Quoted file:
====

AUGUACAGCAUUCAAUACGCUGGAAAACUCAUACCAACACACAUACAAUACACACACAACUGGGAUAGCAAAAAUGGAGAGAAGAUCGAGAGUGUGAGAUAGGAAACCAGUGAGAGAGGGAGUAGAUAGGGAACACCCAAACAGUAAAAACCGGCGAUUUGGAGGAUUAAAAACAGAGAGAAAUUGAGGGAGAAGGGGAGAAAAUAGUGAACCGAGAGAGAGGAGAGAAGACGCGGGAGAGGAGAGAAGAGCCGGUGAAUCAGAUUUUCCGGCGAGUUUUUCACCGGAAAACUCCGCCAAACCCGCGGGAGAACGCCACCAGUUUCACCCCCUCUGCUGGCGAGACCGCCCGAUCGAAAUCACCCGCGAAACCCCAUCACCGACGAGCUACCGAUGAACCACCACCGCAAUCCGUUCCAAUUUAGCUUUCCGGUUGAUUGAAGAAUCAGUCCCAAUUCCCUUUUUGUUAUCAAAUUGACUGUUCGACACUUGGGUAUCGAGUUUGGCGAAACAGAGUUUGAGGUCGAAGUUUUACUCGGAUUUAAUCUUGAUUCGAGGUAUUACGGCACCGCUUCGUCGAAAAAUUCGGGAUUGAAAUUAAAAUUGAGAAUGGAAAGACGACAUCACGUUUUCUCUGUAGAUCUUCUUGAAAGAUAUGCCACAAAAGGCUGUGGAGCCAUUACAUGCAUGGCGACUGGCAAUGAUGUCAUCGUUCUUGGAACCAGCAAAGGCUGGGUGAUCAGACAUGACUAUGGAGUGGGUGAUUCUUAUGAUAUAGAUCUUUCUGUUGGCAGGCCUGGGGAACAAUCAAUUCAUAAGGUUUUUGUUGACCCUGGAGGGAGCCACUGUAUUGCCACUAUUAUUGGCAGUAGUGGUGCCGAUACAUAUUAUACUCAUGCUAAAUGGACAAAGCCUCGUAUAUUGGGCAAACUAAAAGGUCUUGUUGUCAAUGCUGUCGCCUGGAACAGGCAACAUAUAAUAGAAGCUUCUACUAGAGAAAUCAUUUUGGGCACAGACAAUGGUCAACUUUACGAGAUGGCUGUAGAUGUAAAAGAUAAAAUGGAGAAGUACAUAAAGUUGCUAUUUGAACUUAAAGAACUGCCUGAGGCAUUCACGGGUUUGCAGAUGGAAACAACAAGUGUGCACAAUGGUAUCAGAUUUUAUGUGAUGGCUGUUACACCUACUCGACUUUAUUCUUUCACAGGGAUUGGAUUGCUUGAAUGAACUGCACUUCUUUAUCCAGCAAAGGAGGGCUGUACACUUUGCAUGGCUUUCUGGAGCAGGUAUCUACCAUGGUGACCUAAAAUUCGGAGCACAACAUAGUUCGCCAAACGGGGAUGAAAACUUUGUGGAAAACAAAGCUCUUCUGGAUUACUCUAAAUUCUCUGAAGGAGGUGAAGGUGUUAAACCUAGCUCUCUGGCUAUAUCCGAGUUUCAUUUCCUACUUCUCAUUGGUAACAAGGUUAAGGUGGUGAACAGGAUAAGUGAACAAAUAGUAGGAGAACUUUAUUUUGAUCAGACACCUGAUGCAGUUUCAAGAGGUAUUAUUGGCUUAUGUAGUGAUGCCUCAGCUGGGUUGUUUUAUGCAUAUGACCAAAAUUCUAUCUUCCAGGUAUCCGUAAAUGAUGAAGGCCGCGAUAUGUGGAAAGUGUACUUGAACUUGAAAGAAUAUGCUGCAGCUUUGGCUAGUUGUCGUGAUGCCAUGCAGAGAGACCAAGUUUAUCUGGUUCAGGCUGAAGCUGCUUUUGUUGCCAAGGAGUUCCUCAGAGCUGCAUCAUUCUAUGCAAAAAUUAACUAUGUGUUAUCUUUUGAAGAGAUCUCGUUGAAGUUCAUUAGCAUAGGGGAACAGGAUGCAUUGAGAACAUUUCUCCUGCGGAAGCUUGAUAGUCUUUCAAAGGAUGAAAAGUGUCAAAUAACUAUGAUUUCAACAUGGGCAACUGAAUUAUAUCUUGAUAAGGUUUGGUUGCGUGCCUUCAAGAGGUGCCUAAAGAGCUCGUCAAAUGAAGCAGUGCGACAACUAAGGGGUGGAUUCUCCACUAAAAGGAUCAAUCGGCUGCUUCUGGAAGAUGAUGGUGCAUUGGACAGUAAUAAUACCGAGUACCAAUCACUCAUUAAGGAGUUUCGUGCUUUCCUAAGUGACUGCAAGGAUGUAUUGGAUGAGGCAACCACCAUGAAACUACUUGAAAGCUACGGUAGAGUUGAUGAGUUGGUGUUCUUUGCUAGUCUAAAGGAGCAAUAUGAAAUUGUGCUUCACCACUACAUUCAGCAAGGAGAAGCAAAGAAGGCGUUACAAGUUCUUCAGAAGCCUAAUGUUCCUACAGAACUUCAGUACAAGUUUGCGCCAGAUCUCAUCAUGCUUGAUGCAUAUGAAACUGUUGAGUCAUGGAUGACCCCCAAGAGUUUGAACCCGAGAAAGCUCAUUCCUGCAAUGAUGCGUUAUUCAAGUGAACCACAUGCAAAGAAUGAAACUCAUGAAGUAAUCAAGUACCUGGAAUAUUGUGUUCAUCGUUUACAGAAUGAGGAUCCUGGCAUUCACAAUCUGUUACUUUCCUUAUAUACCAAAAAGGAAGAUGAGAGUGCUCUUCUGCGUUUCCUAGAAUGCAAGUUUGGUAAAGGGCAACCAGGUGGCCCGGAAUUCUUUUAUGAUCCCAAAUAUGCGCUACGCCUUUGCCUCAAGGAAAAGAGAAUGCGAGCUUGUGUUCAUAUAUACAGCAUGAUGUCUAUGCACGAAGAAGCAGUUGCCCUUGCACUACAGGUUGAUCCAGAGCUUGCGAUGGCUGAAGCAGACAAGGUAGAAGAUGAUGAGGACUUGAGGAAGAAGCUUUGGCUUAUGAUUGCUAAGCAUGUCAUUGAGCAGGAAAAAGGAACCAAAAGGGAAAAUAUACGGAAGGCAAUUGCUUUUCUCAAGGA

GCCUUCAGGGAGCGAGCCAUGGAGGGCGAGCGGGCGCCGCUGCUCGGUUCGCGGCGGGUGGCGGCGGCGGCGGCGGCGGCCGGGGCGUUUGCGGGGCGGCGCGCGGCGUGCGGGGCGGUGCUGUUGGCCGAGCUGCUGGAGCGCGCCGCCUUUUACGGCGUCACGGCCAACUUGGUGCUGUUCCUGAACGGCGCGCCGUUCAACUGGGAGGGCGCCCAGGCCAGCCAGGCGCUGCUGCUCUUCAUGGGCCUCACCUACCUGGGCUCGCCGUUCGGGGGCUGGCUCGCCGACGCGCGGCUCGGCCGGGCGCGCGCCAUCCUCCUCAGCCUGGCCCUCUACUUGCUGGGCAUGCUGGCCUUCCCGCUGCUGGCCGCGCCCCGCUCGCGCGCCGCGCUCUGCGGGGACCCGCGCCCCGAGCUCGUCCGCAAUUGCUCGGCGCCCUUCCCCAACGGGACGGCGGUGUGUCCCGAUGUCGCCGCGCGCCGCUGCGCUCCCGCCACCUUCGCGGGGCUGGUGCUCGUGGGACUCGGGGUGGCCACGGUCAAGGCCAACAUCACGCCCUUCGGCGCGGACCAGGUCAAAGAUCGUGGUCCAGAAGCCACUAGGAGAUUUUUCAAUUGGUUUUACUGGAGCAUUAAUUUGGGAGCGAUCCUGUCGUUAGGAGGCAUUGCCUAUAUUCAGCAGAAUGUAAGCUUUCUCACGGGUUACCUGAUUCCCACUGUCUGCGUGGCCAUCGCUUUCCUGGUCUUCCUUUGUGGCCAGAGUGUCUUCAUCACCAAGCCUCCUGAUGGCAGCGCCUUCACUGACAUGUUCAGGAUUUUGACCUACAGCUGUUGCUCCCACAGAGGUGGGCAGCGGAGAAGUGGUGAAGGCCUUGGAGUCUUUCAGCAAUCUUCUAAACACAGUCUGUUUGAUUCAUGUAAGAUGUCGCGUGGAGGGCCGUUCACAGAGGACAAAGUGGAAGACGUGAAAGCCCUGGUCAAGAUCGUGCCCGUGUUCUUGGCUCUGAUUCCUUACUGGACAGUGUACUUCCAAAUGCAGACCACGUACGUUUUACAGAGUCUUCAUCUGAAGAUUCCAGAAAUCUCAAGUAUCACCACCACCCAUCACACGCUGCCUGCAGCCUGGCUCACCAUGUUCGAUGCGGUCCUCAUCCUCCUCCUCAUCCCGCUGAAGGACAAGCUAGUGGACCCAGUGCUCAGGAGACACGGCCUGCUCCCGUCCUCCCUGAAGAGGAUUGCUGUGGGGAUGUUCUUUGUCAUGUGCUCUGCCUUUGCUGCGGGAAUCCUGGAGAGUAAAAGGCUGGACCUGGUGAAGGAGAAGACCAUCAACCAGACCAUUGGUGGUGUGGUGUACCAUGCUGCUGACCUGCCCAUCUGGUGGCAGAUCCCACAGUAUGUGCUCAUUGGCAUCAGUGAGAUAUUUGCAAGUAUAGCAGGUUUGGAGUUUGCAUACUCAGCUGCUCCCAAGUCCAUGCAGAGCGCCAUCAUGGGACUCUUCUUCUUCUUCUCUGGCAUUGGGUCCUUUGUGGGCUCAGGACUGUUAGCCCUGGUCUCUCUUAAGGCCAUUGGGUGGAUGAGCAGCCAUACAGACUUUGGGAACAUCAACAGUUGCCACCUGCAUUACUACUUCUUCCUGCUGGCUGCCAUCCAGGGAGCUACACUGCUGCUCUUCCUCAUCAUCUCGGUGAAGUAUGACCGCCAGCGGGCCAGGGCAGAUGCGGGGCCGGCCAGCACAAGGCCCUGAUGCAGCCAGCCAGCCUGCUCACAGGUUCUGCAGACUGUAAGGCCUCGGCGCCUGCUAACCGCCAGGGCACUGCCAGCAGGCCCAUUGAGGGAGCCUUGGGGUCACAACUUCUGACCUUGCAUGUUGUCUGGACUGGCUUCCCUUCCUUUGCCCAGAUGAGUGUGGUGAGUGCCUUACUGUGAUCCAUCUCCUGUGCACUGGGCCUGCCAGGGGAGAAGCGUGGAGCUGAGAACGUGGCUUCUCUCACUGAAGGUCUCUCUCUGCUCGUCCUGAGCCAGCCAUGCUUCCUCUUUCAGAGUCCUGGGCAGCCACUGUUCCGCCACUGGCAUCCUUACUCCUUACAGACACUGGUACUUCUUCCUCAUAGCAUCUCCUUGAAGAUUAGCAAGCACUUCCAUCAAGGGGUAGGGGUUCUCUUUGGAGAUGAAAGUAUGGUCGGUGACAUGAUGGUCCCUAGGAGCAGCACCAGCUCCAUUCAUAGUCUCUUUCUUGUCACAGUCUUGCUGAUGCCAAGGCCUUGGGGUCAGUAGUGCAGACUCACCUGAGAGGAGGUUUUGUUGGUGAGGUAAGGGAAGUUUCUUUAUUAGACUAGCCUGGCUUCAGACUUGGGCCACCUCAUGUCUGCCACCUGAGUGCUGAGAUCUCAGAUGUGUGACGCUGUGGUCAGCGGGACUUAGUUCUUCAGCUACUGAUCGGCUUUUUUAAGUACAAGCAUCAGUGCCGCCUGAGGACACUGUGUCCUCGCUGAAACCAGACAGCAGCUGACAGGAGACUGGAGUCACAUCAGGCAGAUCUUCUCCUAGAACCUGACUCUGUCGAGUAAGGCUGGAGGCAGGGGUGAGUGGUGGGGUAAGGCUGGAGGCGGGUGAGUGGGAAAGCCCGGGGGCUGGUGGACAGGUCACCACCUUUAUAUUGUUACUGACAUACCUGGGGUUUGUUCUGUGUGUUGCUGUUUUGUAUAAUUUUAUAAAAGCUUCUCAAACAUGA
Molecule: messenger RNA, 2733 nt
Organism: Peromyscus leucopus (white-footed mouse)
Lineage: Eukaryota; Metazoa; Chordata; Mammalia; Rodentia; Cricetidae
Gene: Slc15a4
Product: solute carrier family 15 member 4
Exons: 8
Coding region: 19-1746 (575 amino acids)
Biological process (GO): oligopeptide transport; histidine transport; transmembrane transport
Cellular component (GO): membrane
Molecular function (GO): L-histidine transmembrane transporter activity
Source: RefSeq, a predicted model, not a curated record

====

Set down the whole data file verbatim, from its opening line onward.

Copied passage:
AUGUACAGCAUUCAAUACGCUGGAAAACUCAUACCAACACACAUACAAUACACACACAACUGGGAUAGCAAAAAUGGAGAGAAGAUCGAGAGUGUGAGAUAGGAAACCAGUGAGAGAGGGAGUAGAUAGGGAACACCCAAACAGUAAAAACCGGCGAUUUGGAGGAUUAAAAACAGAGAGAAAUUGAGGGAGAAGGGGAGAAAAUAGUGAACCGAGAGAGAGGAGAGAAGACGCGGGAGAGGAGAGAAGAGCCGGUGAAUCAGAUUUUCCGGCGAGUUUUUCACCGGAAAACUCCGCCAAACCCGCGGGAGAACGCCACCAGUUUCACCCCCUCUGCUGGCGAGACCGCCCGAUCGAAAUCACCCGCGAAACCCCAUCACCGACGAGCUACCGAUGAACCACCACCGCAAUCCGUUCCAAUUUAGCUUUCCGGUUGAUUGAAGAAUCAGUCCCAAUUCCCUUUUUGUUAUCAAAUUGACUGUUCGACACUUGGGUAUCGAGUUUGGCGAAACAGAGUUUGAGGUCGAAGUUUUACUCGGAUUUAAUCUUGAUUCGAGGUAUUACGGCACCGCUUCGUCGAAAAAUUCGGGAUUGAAAUUAAAAUUGAGAAUGGAAAGACGACAUCACGUUUUCUCUGUAGAUCUUCUUGAAAGAUAUGCCACAAAAGGCUGUGGAGCCAUUACAUGCAUGGCGACUGGCAAUGAUGUCAUCGUUCUUGGAACCAGCAAAGGCUGGGUGAUCAGACAUGACUAUGGAGUGGGUGAUUCUUAUGAUAUAGAUCUUUCUGUUGGCAGGCCUGGGGAACAAUCAAUUCAUAAGGUUUUUGUUGACCCUGGAGGGAGCCACUGUAUUGCCACUAUUAUUGGCAGUAGUGGUGCCGAUACAUAUUAUACUCAUGCUAAAUGGACAAAGCCUCGUAUAUUGGGCAAACUAAAAGGUCUUGUUGUCAAUGCUGUCGCCUGGAACAGGCAACAUAUAAUAGAAGCUUCUACUAGAGAAAUCAUUUUGGGCACAGACAAUGGUCAACUUUACGAGAUGGCUGUAGAUGUAAAAGAUAAAAUGGAGAAGUACAUAAAGUUGCUAUUUGAACUUAAAGAACUGCCUGAGGCAUUCACGGGUUUGCAGAUGGAAACAACAAGUGUGCACAAUGGUAUCAGAUUUUAUGUGAUGGCUGUUACACCUACUCGACUUUAUUCUUUCACAGGGAUUGGAUUGCUUGAAUGAACUGCACUUCUUUAUCCAGCAAAGGAGGGCUGUACACUUUGCAUGGCUUUCUGGAGCAGGUAUCUACCAUGGUGACCUAAAAUUCGGAGCACAACAUAGUUCGCCAAACGGGGAUGAAAACUUUGUGGAAAACAAAGCUCUUCUGGAUUACUCUAAAUUCUCUGAAGGAGGUGAAGGUGUUAAACCUAGCUCUCUGGCUAUAUCCGAGUUUCAUUUCCUACUUCUCAUUGGUAACAAGGUUAAGGUGGUGAACAGGAUAAGUGAACAAAUAGUAGGAGAACUUUAUUUUGAUCAGACACCUGAUGCAGUUUCAAGAGGUAUUAUUGGCUUAUGUAGUGAUGCCUCAGCUGGGUUGUUUUAUGCAUAUGACCAAAAUUCUAUCUUCCAGGUAUCCGUAAAUGAUGAAGGCCGCGAUAUGUGGAAAGUGUACUUGAACUUGAAAGAAUAUGCUGCAGCUUUGGCUAGUUGUCGUGAUGCCAUGCAGAGAGACCAAGUUUAUCUGGUUCAGGCUGAAGCUGCUUUUGUUGCCAAGGAGUUCCUCAGAGCUGCAUCAUUCUAUGCAAAAAUUAACUAUGUGUUAUCUUUUGAAGAGAUCUCGUUGAAGUUCAUUAGCAUAGGGGAACAGGAUGCAUUGAGAACAUUUCUCCUGCGGAAGCUUGAUAGUCUUUCAAAGGAUGAAAAGUGUCAAAUAACUAUGAUUUCAACAUGGGCAACUGAAUUAUAUCUUGAUAAGGUUUGGUUGCGUGCCUUCAAGAGGUGCCUAAAGAGCUCGUCAAAUGAAGCAGUGCGACAACUAAGGGGUGGAUUCUCCACUAAAAGGAUCAAUCGGCUGCUUCUGGAAGAUGAUGGUGCAUUGGACAGUAAUAAUACCGAGUACCAAUCACUCAUUAAGGAGUUUCGUGCUUUCCUAAGUGACUGCAAGGAUGUAUUGGAUGAGGCAACCACCAUGAAACUACUUGAAAGCUACGGUAGAGUUGAUGAGUUGGUGUUCUUUGCUAGUCUAAAGGAGCAAUAUGAAAUUGUGCUUCACCACUACAUUCAGCAAGGAGAAGCAAAGAAGGCGUUACAAGUUCUUCAGAAGCCUAAUGUUCCUACAGAACUUCAGUACAAGUUUGCGCCAGAUCUCAUCAUGCUUGAUGCAUAUGAAACUGUUGAGUCAUGGAUGACCCCCAAGAGUUUGAACCCGAGAAAGCUCAUUCCUGCAAUGAUGCGUUAUUCAAGUGAACCACAUGCAAAGAAUGAAACUCAUGAAGUAAUCAAGUACCUGGAAUAUUGUGUUCAUCGUUUACAGAAUGAGGAUCCUGGCAUUCACAAUCUGUUACUUUCCUUAUAUACCAAAAAGGAAGAUGAGAGUGCUCUUCUGCGUUUCCUAGAAUGCAAGUUUGGUAAAGGGCAACCAGGUGGCCCGGAAUUCUUUUAUGAUCCCAAAUAUGCGCUACGCCUUUGCCUCAAGGAAAAGAGAAUGCGAGCUUGUGUUCAUAUAUACAGCAUGAUGUCUAUGCACGAAGAAGCAGUUGCCCUUGCACUACAGGUUGAUCCAGAGCUUGCGAUGGCUGAAGCAGACAAGGUAGAAGAUGAUGAGGACUUGAGGAAGAAGCUUUGGCUUAUGAUUGCUAAGCAUGUCAUUGAGCAGGAAAAAGGAACCAAAAGGGAAAAUAUACGGAAGGCAAUUGCUUUUCUCAAGGA

GCCUUCAGGGAGCGAGCCAUGGAGGGCGAGCGGGCGCCGCUGCUCGGUUCGCGGCGGGUGGCGGCGGCGGCGGCGGCGGCCGGGGCGUUUGCGGGGCGGCGCGCGGCGUGCGGGGCGGUGCUGUUGGCCGAGCUGCUGGAGCGCGCCGCCUUUUACGGCGUCACGGCCAACUUGGUGCUGUUCCUGAACGGCGCGCCGUUCAACUGGGAGGGCGCCCAGGCCAGCCAGGCGCUGCUGCUCUUCAUGGGCCUCACCUACCUGGGCUCGCCGUUCGGGGGCUGGCUCGCCGACGCGCGGCUCGGCCGGGCGCGCGCCAUCCUCCUCAGCCUGGCCCUCUACUUGCUGGGCAUGCUGGCCUUCCCGCUGCUGGCCGCGCCCCGCUCGCGCGCCGCGCUCUGCGGGGACCCGCGCCCCGAGCUCGUCCGCAAUUGCUCGGCGCCCUUCCCCAACGGGACGGCGGUGUGUCCCGAUGUCGCCGCGCGCCGCUGCGCUCCCGCCACCUUCGCGGGGCUGGUGCUCGUGGGACUCGGGGUGGCCACGGUCAAGGCCAACAUCACGCCCUUCGGCGCGGACCAGGUCAAAGAUCGUGGUCCAGAAGCCACUAGGAGAUUUUUCAAUUGGUUUUACUGGAGCAUUAAUUUGGGAGCGAUCCUGUCGUUAGGAGGCAUUGCCUAUAUUCAGCAGAAUGUAAGCUUUCUCACGGGUUACCUGAUUCCCACUGUCUGCGUGGCCAUCGCUUUCCUGGUCUUCCUUUGUGGCCAGAGUGUCUUCAUCACCAAGCCUCCUGAUGGCAGCGCCUUCACUGACAUGUUCAGGAUUUUGACCUACAGCUGUUGCUCCCACAGAGGUGGGCAGCGGAGAAGUGGUGAAGGCCUUGGAGUCUUUCAGCAAUCUUCUAAACACAGUCUGUUUGAUUCAUGUAAGAUGUCGCGUGGAGGGCCGUUCACAGAGGACAAAGUGGAAGACGUGAAAGCCCUGGUCAAGAUCGUGCCCGUGUUCUUGGCUCUGAUUCCUUACUGGACAGUGUACUUCCAAAUGCAGACCACGUACGUUUUACAGAGUCUUCAUCUGAAGAUUCCAGAAAUCUCAAGUAUCACCACCACCCAUCACACGCUGCCUGCAGCCUGGCUCACCAUGUUCGAUGCGGUCCUCAUCCUCCUCCUCAUCCCGCUGAAGGACAAGCUAGUGGACCCAGUGCUCAGGAGACACGGCCUGCUCCCGUCCUCCCUGAAGAGGAUUGCUGUGGGGAUGUUCUUUGUCAUGUGCUCUGCCUUUGCUGCGGGAAUCCUGGAGAGUAAAAGGCUGGACCUGGUGAAGGAGAAGACCAUCAACCAGACCAUUGGUGGUGUGGUGUACCAUGCUGCUGACCUGCCCAUCUGGUGGCAGAUCCCACAGUAUGUGCUCAUUGGCAUCAGUGAGAUAUUUGCAAGUAUAGCAGGUUUGGAGUUUGCAUACUCAGCUGCUCCCAAGUCCAUGCAGAGCGCCAUCAUGGGACUCUUCUUCUUCUUCUCUGGCAUUGGGUCCUUUGUGGGCUCAGGACUGUUAGCCCUGGUCUCUCUUAAGGCCAUUGGGUGGAUGAGCAGCCAUACAGACUUUGGGAACAUCAACAGUUGCCACCUGCAUUACUACUUCUUCCUGCUGGCUGCCAUCCAGGGAGCUACACUGCUGCUCUUCCUCAUCAUCUCGGUGAAGUAUGACCGCCAGCGGGCCAGGGCAGAUGCGGGGCCGGCCAGCACAAGGCCCUGAUGCAGCCAGCCAGCCUGCUCACAGGUUCUGCAGACUGUAAGGCCUCGGCGCCUGCUAACCGCCAGGGCACUGCCAGCAGGCCCAUUGAGGGAGCCUUGGGGUCACAACUUCUGACCUUGCAUGUUGUCUGGACUGGCUUCCCUUCCUUUGCCCAGAUGAGUGUGGUGAGUGCCUUACUGUGAUCCAUCUCCUGUGCACUGGGCCUGCCAGGGGAGAAGCGUGGAGCUGAGAACGUGGCUUCUCUCACUGAAGGUCUCUCUCUGCUCGUCCUGAGCCAGCCAUGCUUCCUCUUUCAGAGUCCUGGGCAGCCACUGUUCCGCCACUGGCAUCCUUACUCCUUACAGACACUGGUACUUCUUCCUCAUAGCAUCUCCUUGAAGAUUAGCAAGCACUUCCAUCAAGGGGUAGGGGUUCUCUUUGGAGAUGAAAGUAUGGUCGGUGACAUGAUGGUCCCUAGGAGCAGCACCAGCUCCAUUCAUAGUCUCUUUCUUGUCACAGUCUUGCUGAUGCCAAGGCCUUGGGGUCAGUAGUGCAGACUCACCUGAGAGGAGGUUUUGUUGGUGAGGUAAGGGAAGUUUCUUUAUUAGACUAGCCUGGCUUCAGACUUGGGCCACCUCAUGUCUGCCACCUGAGUGCUGAGAUCUCAGAUGUGUGACGCUGUGGUCAGCGGGACUUAGUUCUUCAGCUACUGAUCGGCUUUUUUAAGUACAAGCAUCAGUGCCGCCUGAGGACACUGUGUCCUCGCUGAAACCAGACAGCAGCUGACAGGAGACUGGAGUCACAUCAGGCAGAUCUUCUCCUAGAACCUGACUCUGUCGAGUAAGGCUGGAGGCAGGGGUGAGUGGUGGGGUAAGGCUGGAGGCGGGUGAGUGGGAAAGCCCGGGGGCUGGUGGACAGGUCACCACCUUUAUAUUGUUACUGACAUACCUGGGGUUUGUUCUGUGUGUUGCUGUUUUGUAUAAUUUUAUAAAAGCUUCUCAAACAUGA
Molecule: messenger RNA, 2733 nt
Organism: Peromyscus leucopus (white-footed mouse)
Lineage: Eukaryota; Metazoa; Chordata; Mammalia; Rodentia; Cricetidae
Gene: Slc15a4
Product: solute carrier family 15 member 4
Exons: 8
Coding region: 19-1746 (575 amino acids)
Biological process (GO): oligopeptide transport; histidine transport; transmembrane transport
Cellular component (GO): membrane
Molecular function (GO): L-histidine transmembrane transporter activity
Source: RefSeq, a predicted model, not a curated record